This month, the Pretoria High Court struck down the genetic-link requirement in surrogacy, declaring it unconstitutional.
Under the Children’s Act of 2005, surrogacy is only allowed when at least one of the commissioning parents contributes an egg or sperm. If there was no genetic link, there could be no surrogacy agreement. This was unlike in vitro fertilisation (IVF), where no genetic link is required.
The Court found that the genetic-link requirement in surrogacy infringed the Constitutional rights to dignity and equality. Judge Anneli Basson emphasized that “a family cannot be defined with reference to the question whether a genetic link between the parent and the child exists. Our society does not regard a family consisting of an adopted child as less valuable or less equal than a family where children are the natural or genetically linked children of the parents. A family can therefore not be defined by genetic lineage.”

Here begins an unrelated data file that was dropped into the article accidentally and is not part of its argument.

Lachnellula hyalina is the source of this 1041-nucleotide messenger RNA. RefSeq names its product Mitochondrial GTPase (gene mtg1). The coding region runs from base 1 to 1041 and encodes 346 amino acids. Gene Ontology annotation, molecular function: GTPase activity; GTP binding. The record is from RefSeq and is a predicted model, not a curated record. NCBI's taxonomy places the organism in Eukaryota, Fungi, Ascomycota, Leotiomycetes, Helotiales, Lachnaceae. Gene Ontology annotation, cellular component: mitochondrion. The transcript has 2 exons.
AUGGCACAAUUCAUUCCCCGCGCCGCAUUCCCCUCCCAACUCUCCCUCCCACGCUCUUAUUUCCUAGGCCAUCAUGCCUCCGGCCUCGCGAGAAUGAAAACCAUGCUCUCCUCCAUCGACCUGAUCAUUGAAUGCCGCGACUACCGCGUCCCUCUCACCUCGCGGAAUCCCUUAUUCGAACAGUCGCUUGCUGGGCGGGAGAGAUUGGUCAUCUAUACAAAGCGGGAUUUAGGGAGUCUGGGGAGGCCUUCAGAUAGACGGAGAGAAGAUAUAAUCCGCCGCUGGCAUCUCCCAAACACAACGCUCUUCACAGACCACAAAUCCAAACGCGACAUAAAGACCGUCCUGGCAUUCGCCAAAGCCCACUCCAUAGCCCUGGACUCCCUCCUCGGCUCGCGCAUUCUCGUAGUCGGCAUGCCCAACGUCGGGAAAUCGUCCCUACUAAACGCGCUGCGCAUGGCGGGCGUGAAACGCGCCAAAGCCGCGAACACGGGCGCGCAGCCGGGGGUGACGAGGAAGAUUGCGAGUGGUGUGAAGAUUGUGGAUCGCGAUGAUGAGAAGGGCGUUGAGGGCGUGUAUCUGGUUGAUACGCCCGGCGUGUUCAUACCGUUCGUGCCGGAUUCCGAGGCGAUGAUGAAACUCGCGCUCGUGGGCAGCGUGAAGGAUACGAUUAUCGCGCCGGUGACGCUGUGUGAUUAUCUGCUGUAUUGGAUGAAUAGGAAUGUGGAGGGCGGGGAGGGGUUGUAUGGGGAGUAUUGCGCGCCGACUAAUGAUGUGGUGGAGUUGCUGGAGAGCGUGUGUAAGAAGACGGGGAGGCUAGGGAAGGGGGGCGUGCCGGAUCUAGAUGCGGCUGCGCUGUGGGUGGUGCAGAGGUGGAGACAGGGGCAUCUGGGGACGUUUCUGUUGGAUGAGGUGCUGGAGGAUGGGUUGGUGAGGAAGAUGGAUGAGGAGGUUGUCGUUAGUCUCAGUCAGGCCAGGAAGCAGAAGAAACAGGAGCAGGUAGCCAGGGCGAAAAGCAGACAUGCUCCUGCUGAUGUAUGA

As orders of constitutional invalidity must be confirmed by the apex Court on these matters, the Surrogacy Advisory Group are to approach the Constitutional Court to confirm the High Court order.
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